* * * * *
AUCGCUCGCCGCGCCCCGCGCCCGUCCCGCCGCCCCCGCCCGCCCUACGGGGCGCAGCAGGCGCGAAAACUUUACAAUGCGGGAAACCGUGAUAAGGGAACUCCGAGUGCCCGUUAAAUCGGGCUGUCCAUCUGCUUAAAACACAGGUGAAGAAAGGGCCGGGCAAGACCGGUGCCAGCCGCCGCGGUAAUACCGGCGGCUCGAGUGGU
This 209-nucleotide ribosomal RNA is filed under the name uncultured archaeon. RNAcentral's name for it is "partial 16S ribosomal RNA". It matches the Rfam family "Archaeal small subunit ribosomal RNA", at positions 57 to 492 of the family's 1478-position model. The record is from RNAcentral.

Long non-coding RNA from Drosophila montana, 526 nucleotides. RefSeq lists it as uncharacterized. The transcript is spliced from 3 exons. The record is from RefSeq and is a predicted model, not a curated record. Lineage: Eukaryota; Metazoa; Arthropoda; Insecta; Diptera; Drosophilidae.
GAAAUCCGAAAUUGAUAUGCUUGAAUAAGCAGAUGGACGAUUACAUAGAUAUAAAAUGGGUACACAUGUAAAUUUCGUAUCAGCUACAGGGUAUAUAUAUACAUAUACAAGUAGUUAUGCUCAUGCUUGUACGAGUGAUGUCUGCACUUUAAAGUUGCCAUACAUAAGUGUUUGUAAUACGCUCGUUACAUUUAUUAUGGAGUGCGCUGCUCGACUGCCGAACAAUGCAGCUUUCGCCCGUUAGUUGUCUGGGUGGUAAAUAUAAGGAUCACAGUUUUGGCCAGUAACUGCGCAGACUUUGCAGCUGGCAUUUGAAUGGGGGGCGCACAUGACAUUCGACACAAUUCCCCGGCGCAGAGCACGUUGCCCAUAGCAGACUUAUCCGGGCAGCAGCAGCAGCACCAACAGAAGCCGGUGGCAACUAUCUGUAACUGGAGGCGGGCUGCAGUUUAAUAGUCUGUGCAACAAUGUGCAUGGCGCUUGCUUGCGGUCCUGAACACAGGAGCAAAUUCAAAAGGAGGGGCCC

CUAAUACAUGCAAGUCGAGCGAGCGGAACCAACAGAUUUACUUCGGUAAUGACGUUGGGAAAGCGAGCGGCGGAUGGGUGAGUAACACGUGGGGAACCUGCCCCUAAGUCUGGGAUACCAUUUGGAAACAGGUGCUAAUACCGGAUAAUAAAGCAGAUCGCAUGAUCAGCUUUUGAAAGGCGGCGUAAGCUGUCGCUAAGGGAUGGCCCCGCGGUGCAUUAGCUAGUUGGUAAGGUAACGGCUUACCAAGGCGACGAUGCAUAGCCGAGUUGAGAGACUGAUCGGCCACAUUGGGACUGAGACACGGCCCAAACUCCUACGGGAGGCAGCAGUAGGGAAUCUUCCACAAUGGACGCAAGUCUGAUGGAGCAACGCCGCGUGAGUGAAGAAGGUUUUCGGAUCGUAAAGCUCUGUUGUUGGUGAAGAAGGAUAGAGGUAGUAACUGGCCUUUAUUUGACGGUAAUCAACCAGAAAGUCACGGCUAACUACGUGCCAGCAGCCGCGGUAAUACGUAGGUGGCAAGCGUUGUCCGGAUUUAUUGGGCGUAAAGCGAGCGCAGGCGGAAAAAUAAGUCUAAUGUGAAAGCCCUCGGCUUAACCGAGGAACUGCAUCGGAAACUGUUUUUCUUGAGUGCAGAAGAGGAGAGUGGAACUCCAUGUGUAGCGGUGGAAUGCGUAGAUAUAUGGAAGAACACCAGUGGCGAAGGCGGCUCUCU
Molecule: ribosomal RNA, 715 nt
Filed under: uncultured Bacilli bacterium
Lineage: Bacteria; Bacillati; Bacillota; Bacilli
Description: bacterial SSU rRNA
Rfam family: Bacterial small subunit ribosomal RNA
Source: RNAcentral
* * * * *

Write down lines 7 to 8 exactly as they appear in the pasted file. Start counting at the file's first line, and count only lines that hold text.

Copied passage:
Filed under: uncultured Bacilli bacterium
Lineage: Bacteria; Bacillati; Bacillota; Bacilli